Third round (#76 overall)
Third round (#95 overall)
Fifth round (#158 overall)
Seventh round (#216 overall)
Here, Seattle sneaks up a bit higher in the third to bridge the gap between their first two selections and uses its surplus of picks in fifth and seventh rounders to help get potentially a second-round talent at a third-round value.
Fourth round (#123 overall)
Sixth round (#175 overall)
Fifth round (#142 overall)
Seventh round (#203 overall)
2019 fifth-round pick
In this final transaction, the Seahawks snag a fourth and sixth rounder from Miami to give them the kind of spacing they may want. Compensation picks, and the fact that they are now able to be traded, will obviously play a part in how these deals shake out but let’s just indulge in my fantasy trade world for now!
Now that the dust has settled, here’s what my current pick projections look like for the ‘Hawks:
1st round (#31 overall)
3rd round (#76 overall)
4th round (#123 overall)
6th round (#175 overall)
7th round (#220 overall)
7th round (#223 overall)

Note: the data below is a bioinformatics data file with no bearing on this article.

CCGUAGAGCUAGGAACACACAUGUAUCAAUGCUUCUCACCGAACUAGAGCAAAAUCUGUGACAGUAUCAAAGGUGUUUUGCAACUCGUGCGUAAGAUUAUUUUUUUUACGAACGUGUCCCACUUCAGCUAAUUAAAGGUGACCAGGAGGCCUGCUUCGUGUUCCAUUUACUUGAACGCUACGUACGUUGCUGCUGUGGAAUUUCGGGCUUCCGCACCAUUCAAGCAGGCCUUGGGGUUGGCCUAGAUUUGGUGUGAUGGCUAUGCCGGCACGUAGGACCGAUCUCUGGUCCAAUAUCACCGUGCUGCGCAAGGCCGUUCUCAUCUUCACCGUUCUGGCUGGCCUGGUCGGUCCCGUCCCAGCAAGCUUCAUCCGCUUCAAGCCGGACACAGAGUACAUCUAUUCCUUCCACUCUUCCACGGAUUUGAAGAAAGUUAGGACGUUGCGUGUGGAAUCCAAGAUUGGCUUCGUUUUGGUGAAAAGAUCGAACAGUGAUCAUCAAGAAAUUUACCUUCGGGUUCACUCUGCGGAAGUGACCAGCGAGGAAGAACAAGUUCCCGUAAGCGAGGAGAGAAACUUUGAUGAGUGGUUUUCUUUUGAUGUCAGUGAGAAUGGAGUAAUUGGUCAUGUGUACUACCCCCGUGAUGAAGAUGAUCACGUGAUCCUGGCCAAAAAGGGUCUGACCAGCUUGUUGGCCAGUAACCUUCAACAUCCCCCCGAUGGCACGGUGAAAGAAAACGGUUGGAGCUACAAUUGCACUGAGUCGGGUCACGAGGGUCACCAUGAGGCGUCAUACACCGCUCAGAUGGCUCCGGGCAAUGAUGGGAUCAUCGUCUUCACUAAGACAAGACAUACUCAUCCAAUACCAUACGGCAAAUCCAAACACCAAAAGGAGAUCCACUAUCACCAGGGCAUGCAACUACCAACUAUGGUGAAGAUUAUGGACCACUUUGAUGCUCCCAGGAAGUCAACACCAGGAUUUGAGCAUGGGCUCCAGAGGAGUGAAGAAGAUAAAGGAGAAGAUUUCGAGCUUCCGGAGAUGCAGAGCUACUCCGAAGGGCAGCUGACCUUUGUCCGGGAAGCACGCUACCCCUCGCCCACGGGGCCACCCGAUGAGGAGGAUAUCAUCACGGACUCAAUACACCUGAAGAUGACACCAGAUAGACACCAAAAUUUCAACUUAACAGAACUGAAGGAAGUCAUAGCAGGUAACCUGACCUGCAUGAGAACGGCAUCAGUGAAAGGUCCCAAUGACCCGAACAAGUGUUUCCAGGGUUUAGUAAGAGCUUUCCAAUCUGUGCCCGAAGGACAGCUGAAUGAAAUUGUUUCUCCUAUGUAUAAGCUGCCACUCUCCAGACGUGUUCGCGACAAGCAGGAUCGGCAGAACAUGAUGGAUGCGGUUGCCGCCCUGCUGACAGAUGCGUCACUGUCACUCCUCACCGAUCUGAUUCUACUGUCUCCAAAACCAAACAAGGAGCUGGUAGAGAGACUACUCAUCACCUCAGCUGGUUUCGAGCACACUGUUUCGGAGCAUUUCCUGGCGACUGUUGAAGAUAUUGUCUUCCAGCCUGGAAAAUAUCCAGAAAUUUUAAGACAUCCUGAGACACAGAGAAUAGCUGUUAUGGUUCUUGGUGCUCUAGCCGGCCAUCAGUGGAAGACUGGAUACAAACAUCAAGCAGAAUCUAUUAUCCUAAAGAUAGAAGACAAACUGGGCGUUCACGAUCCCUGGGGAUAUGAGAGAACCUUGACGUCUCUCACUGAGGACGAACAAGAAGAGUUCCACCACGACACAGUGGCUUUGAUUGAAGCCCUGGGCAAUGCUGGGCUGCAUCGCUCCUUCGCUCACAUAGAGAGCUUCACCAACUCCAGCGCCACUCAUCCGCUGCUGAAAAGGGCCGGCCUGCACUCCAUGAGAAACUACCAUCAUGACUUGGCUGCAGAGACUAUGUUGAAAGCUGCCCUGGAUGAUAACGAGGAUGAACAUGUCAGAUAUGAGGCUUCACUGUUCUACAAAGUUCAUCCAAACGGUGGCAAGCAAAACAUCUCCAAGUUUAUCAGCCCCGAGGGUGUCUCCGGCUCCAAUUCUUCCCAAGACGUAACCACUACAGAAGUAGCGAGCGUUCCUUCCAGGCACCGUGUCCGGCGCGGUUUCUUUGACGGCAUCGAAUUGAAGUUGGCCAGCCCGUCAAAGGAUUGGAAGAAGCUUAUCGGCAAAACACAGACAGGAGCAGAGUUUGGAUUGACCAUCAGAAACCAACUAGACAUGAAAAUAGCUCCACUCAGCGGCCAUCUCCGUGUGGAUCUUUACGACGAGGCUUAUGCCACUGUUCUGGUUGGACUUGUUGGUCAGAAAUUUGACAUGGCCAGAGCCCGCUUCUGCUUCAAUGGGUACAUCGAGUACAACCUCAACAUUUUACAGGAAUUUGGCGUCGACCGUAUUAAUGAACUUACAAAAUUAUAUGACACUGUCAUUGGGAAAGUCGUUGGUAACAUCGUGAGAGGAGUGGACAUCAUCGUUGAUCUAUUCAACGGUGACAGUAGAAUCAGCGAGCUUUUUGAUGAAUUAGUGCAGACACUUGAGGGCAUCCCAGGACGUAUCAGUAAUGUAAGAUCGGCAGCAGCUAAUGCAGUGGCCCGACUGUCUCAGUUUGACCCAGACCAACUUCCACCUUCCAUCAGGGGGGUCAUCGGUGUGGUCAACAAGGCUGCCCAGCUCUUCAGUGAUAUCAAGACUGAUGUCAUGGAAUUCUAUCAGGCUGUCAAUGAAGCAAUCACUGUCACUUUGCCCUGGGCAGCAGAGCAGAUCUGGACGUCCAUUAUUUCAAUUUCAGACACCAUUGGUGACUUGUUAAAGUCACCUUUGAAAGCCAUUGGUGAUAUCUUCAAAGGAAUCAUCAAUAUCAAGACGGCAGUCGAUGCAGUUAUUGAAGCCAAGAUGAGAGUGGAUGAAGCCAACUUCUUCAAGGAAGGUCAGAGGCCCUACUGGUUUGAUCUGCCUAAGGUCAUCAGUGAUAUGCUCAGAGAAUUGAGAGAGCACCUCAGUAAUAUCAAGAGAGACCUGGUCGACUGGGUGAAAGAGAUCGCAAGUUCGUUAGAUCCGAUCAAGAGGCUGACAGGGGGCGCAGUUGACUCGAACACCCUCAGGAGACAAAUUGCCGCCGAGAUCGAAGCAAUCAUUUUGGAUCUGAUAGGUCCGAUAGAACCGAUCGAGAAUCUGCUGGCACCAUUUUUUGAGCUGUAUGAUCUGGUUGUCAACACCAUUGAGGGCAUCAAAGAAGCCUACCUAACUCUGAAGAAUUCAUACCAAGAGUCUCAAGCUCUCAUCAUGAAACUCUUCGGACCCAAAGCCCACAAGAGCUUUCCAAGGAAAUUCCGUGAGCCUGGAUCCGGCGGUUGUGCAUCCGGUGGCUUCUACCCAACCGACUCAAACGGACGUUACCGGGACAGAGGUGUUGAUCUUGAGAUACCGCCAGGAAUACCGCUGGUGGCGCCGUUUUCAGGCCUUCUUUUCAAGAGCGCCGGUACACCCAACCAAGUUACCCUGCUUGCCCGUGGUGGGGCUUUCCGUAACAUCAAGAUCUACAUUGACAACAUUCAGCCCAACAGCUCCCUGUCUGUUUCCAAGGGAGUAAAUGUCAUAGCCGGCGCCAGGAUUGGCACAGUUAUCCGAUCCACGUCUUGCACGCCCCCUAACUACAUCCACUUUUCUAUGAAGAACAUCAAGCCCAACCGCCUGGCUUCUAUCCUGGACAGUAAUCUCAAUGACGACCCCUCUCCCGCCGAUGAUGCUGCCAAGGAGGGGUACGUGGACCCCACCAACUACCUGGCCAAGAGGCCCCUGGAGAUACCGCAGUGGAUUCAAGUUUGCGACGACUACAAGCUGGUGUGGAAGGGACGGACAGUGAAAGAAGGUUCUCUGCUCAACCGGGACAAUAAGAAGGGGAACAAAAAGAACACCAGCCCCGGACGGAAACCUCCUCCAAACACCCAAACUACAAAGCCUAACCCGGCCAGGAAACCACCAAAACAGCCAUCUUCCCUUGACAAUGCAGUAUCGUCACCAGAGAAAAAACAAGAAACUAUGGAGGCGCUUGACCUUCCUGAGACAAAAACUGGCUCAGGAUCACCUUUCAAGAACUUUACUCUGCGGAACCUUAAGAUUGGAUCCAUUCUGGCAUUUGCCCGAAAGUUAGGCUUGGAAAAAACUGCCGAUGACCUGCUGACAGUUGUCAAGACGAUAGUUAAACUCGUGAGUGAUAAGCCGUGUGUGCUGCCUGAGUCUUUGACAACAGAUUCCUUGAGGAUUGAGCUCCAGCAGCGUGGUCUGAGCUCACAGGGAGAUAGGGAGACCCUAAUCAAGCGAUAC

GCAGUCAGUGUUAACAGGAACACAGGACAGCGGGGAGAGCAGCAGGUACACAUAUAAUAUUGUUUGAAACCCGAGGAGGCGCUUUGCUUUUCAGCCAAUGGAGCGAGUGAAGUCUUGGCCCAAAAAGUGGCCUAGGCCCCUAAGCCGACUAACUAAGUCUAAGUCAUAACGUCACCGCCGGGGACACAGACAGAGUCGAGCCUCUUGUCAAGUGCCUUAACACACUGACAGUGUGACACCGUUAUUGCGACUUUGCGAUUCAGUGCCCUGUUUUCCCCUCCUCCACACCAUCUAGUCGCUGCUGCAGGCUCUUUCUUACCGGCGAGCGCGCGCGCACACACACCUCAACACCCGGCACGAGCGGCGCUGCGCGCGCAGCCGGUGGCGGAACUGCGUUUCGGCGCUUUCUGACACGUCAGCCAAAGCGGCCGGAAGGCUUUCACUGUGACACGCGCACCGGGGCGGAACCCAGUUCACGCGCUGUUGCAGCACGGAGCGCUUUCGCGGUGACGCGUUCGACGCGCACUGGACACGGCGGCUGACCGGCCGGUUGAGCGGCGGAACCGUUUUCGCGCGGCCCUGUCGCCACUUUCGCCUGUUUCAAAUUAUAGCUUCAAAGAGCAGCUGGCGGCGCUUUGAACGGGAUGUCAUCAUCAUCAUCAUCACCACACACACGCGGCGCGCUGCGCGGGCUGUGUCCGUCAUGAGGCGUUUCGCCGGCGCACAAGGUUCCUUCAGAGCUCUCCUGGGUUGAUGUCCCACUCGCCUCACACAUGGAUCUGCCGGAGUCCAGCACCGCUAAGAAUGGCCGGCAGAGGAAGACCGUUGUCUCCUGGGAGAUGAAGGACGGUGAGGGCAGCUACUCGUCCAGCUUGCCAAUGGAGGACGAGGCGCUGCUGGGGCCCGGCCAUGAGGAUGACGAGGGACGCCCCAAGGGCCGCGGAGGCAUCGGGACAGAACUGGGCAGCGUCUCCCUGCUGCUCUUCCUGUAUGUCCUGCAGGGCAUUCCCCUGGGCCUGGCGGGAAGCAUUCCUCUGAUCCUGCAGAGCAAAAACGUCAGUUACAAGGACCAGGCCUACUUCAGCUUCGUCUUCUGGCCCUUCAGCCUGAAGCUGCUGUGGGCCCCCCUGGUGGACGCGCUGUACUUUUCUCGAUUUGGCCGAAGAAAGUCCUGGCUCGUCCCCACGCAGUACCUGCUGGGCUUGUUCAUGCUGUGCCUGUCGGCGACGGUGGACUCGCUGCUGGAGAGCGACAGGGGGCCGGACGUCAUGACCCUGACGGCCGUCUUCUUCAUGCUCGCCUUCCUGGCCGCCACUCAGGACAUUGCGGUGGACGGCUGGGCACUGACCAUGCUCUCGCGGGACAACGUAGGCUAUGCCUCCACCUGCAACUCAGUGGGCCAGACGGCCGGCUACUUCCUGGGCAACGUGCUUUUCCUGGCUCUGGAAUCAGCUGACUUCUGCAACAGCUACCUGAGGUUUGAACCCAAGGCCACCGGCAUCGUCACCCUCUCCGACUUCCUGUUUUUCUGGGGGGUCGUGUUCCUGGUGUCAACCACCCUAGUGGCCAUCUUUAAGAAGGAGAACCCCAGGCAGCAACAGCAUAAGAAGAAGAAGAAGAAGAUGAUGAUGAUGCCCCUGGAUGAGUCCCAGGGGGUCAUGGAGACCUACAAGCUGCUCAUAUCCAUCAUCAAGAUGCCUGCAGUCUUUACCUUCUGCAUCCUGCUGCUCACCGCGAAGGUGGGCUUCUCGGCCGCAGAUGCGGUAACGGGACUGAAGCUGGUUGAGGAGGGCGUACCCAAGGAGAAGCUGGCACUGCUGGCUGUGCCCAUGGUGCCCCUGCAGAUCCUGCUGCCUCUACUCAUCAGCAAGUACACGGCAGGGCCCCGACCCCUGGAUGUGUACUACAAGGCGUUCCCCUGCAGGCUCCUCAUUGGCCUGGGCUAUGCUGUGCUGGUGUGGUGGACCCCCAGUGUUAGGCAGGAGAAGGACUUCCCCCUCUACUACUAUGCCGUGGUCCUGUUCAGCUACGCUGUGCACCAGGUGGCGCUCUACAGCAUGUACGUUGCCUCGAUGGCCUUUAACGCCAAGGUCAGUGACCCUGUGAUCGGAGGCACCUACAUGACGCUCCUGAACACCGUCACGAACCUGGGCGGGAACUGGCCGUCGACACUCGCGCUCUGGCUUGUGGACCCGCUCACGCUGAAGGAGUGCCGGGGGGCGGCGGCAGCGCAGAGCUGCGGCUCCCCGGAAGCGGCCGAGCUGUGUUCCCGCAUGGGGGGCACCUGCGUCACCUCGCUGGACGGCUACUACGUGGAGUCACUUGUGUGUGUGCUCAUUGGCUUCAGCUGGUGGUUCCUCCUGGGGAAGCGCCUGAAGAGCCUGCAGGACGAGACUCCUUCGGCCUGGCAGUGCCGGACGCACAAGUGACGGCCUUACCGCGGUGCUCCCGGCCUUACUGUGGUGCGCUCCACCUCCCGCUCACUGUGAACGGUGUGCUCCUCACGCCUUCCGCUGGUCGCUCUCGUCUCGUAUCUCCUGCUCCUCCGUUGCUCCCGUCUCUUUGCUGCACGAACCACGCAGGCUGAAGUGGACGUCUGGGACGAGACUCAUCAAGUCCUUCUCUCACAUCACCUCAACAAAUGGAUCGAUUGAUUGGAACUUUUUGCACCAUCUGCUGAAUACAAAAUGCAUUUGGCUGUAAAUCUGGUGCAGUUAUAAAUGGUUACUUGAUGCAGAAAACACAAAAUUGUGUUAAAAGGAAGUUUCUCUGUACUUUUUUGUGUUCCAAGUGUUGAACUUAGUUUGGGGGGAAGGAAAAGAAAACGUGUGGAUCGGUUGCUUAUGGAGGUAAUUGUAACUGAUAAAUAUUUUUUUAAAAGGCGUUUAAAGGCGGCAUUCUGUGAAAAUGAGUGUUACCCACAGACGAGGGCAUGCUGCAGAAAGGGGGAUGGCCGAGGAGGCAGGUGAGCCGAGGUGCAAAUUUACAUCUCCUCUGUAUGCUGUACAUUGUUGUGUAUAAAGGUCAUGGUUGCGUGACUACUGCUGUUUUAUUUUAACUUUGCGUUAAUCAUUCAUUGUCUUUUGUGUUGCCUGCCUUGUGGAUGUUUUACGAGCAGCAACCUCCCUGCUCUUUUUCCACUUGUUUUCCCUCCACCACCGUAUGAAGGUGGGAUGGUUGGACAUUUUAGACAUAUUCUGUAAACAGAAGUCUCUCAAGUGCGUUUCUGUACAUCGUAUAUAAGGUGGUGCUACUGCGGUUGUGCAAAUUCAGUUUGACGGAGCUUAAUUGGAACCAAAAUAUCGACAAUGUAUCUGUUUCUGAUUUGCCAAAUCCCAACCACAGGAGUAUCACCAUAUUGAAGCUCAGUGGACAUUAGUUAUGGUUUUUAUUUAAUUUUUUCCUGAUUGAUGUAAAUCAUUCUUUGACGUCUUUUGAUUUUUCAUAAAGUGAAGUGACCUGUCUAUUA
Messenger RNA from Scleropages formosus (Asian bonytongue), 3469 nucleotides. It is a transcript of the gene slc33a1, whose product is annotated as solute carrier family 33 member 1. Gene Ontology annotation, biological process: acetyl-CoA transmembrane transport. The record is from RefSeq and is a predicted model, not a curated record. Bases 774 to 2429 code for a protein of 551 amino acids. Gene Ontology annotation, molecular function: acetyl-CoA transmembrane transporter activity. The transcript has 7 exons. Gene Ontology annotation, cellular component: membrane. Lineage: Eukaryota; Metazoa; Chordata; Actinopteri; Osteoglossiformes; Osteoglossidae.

7th round (#224 overall)
The fact that Seattle has been so willing to deal its second and third round selections for talent upgrades via trade tells me that it probably values the talent in this draft at the top and the later rounds will be used to pad the depth chart. 2019 should bring Seattle a good number of compensation selections due the number of free agents leaving at the end of this year, so look for the ’19 draft to be one where we could see them get more aggressive.
Carlton Davis, CB, Auburn
Even before losing Richard Sherman to an Achilles injury this week, the Seahawks were likely looking heavily at adding depth at cornerback in the 2018 Draft. Rookie Shaquill Griffin has proven to be an excellent addition, as well as trade acquisition Justin Coleman, but the Legion of Boom doesn’t quite have the depth it once did.